POLITICS

Donald Trump's Agenda Already Running Into A Reality: Congress

Are Trump's proposals possible?

11/14/2016 01:35 pm ET
Tom Williams via Getty Images
Kevin McCarthy got creative when discussing Donald Trump's proposals. 

WASHINGTON ― House Majority Leader Kevin McCarthy has already begun the long Washington slog of twisting President-elect Donald Trump’s agenda into something less Trump, with the California Republican insisting on Monday that Trump’s border wall just meant border security and mass deportations just meant deporting undocumented immigrants with criminal records.

Asked about Trump’s proposed wall during a Monday pen-and-pad with reporters, McCarthy quickly pivoted to a different subject. “If you talk about the security of the border, I think that’s a common place where Republicans and Democrats can all get to,” McCarthy said.

Pressed that there was clearly a difference between border security and the physical construction of a wall ― one that Mexico would supposedly pay for ― McCarthy asked, “How is securing the border different?”

He then suggested a border security bill would be a priority, and that there would be a wall along some parts of the border and other parts would be dealt with differently “from a technology standpoint.”

In other words, the House majority leader does not foresee the construction of a 1,900-mile wall along the U.S.-Mexico border ― a key component of Trump’s platform.

McCarthy also suggested that Trump didn’t really mean what he said about another cornerstone of his campaign: mass deportations.

The majority leader pointed to Trump’s “60 Minutes” interview that aired Sunday night, during which Trump said he would immediately deport immigrants with a criminal record, 2 million to 3 million people in Trump’s estimation. Trump did not say he would stop there, and he has repeatedly said throughout his campaign that anyone who came to the United States illegally would have to go back. But McCarthy suggested that Trump would end deportations with those immigrants who have a criminal record.

“That’s not new law,” McCarthy said. “That is just one law that is in the books, but it hasn’t been in effect.”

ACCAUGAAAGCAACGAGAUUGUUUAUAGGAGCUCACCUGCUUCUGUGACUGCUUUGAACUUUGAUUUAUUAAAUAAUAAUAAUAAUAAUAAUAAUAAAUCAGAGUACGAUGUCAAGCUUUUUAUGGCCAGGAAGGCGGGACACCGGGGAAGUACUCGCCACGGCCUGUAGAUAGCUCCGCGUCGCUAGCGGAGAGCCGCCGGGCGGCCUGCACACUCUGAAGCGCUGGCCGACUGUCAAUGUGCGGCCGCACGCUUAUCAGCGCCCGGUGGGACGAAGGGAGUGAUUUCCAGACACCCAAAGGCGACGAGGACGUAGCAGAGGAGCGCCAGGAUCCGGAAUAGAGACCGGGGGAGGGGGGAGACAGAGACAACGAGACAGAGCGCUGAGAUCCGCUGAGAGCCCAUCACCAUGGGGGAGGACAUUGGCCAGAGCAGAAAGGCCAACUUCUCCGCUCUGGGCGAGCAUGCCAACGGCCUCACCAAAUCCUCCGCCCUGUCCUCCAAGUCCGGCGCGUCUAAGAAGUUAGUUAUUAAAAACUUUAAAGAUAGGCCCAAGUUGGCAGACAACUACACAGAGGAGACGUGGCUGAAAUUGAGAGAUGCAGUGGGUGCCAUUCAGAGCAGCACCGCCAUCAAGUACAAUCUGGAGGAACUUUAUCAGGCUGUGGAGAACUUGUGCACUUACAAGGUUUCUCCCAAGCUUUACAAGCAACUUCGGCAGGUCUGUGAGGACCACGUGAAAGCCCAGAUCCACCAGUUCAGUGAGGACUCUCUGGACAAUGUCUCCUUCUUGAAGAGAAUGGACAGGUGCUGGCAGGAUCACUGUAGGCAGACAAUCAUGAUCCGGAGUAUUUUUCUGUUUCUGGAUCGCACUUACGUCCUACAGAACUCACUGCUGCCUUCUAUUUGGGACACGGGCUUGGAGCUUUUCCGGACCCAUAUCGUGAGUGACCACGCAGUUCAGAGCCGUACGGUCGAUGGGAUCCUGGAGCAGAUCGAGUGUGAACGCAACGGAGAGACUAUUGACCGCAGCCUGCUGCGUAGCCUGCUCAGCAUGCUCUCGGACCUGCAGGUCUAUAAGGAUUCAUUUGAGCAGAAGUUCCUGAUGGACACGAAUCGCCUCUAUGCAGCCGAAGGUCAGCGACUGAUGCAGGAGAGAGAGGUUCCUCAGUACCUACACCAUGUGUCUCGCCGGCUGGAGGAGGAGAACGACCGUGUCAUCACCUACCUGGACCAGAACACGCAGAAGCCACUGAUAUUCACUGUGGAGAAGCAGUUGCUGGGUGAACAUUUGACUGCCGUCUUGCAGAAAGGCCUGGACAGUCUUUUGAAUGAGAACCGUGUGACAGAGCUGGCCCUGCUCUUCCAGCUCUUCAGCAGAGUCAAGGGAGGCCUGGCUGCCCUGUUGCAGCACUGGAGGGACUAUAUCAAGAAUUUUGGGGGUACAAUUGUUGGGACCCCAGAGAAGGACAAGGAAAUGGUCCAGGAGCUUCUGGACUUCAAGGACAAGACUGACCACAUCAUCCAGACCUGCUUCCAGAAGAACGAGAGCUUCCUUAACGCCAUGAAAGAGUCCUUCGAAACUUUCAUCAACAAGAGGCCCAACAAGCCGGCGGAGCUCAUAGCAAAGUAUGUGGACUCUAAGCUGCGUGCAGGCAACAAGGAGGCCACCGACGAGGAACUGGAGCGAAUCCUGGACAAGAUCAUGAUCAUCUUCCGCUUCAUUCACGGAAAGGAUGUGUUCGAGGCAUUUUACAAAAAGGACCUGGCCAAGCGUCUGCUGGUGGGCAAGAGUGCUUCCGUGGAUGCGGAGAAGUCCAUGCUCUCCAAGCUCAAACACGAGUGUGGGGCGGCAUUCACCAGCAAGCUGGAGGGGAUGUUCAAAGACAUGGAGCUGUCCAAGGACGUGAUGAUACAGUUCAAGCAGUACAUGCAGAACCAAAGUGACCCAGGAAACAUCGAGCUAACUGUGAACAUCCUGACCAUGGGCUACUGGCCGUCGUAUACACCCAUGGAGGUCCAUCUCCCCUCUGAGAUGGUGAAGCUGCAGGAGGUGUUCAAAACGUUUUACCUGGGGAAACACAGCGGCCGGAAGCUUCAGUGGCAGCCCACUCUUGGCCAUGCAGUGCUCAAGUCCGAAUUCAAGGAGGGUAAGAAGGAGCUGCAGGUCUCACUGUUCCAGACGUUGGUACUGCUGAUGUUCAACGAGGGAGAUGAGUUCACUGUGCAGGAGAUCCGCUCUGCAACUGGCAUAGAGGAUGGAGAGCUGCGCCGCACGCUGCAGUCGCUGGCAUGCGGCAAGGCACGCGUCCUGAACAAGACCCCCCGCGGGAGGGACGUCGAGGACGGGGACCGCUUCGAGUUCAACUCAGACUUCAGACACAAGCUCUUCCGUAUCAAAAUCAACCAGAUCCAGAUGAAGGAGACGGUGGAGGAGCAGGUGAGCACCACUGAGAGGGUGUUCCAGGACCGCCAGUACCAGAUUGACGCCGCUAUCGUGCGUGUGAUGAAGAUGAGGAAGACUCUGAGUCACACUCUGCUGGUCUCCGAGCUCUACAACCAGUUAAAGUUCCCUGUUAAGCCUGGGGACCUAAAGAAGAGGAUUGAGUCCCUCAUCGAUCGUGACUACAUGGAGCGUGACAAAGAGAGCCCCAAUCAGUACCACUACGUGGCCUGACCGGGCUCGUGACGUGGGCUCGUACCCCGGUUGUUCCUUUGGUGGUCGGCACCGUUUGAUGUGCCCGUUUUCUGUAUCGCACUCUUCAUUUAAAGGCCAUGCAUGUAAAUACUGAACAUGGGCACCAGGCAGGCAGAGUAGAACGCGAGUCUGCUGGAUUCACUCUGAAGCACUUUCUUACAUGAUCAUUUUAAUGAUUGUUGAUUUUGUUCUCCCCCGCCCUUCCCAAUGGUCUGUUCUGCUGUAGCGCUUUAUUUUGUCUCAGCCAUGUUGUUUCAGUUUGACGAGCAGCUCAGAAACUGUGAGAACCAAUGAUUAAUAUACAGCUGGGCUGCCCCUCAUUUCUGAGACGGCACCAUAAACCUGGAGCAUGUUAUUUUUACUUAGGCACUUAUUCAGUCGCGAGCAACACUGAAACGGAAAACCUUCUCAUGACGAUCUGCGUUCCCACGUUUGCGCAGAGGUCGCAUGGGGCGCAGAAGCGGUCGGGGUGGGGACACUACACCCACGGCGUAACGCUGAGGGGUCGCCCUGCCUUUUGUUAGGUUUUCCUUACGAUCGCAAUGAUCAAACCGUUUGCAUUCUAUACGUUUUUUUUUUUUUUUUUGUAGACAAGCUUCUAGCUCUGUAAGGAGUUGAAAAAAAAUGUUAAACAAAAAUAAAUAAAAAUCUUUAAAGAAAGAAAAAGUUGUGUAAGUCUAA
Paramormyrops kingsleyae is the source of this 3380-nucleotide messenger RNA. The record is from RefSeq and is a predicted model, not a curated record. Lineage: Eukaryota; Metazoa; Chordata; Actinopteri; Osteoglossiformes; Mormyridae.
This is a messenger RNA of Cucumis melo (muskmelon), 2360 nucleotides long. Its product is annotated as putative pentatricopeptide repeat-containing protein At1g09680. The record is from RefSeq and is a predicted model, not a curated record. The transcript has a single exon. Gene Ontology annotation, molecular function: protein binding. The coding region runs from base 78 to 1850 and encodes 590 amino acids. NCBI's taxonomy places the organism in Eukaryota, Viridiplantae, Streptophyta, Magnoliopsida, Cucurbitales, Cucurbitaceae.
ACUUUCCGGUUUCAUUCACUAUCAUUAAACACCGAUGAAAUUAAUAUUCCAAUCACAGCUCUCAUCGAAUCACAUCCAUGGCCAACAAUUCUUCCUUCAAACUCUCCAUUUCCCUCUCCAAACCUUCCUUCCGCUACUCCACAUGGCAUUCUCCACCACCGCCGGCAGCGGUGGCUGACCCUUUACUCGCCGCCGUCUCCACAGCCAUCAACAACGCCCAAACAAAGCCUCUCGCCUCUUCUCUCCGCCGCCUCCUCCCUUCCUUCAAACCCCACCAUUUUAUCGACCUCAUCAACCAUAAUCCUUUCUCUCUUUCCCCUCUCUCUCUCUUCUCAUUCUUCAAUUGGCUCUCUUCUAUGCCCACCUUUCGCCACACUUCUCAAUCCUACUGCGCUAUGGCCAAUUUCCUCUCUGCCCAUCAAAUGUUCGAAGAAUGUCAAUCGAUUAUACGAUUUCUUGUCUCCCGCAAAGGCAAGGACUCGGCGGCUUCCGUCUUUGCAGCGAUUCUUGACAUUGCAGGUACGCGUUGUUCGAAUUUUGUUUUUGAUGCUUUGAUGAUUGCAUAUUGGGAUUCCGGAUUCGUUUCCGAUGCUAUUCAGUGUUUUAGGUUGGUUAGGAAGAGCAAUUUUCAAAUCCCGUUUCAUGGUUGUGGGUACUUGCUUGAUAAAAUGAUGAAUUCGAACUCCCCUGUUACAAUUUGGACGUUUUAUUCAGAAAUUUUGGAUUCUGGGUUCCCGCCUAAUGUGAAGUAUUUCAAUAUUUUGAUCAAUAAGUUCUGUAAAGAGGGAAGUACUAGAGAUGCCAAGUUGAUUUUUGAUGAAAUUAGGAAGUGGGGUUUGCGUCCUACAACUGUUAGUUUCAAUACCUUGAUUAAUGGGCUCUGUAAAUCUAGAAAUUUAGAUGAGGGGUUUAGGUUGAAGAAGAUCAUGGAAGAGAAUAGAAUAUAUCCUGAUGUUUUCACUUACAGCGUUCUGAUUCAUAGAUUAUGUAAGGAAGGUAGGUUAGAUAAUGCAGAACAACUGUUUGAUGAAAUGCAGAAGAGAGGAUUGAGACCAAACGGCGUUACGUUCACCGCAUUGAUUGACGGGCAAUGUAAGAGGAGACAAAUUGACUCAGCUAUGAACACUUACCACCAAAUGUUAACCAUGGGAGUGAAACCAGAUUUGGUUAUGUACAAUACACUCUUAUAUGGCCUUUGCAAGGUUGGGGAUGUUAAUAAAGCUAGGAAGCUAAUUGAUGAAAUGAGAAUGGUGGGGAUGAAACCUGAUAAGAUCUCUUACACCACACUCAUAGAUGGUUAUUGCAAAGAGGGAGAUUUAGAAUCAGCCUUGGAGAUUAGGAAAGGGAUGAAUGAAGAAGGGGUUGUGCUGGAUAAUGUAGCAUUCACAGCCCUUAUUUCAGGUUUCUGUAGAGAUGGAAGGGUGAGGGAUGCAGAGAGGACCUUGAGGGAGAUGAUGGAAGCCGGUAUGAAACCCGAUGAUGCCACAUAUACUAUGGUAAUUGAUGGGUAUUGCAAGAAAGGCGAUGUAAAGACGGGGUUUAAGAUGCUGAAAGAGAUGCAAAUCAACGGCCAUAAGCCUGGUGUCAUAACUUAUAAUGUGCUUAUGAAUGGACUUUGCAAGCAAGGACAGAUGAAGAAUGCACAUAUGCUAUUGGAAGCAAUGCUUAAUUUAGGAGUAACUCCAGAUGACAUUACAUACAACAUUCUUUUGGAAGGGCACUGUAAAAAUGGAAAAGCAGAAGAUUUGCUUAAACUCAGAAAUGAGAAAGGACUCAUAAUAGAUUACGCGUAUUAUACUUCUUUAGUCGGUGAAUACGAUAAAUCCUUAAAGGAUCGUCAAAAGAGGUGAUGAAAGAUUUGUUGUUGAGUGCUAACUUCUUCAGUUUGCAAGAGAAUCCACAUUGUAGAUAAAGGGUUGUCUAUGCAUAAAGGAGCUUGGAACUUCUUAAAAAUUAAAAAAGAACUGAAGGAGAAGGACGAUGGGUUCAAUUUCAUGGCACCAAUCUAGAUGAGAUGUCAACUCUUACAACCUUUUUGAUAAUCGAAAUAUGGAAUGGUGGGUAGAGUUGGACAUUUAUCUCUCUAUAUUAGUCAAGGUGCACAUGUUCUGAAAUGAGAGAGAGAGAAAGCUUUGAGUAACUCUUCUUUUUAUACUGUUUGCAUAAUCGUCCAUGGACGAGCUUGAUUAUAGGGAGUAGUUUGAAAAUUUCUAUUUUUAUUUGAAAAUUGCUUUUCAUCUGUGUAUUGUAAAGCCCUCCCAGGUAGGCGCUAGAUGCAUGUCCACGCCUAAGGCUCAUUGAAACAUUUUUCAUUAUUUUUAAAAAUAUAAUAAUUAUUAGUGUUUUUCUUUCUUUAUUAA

The dueling realities of Trump and congressional Republicans promise to be a point of tension between the incoming president and a GOP Congress. Those different realities were also displayed during the “60 Minutes” interview when it came to Obamacare.

Trump said during the interview that a repeal of Obamacare would take place “simultaneously” with a replacement bill so that millions of Americans would not lose their health insurance.

The obvious problem with such a promise is that congressional Republicans plan to take on Obamacare through budget reconciliation, a process that would only require 50 votes in the Senate but would not allow a full repeal of the 2010 health care law. What Republicans in Congress could do is dismantle a few key parts of the law, perhaps through the elimination of state subsidies and the halting of a Medicaid expansion.

That would functionally make Obamacare unworkable and force Congress to pass something to replace the law, though Democrats could play hardball and not go along with that sort of Republican plan.

Asked about the difficulties of repealing and replacing Obamacare simultaneously, McCarthy said Republicans would be meeting to discuss how and when they deal with the health care law. “And I think we need to clarify with what he meant,” McCarthy said.

“I think he meant that we’re not going to have everything shut right down,” he continued, suggesting that there could be a future date of an enactment of an Obamacare repeal so that Congress could come up with something.

Again, though, Republican congressional leaders are already trying to twist what Trump says into something more achievable, confronted by the reality that passing an actual replacement bill is a huge task, and immediately deporting millions of people and constructing a 1,900-mile wall aren’t likely proposals either.

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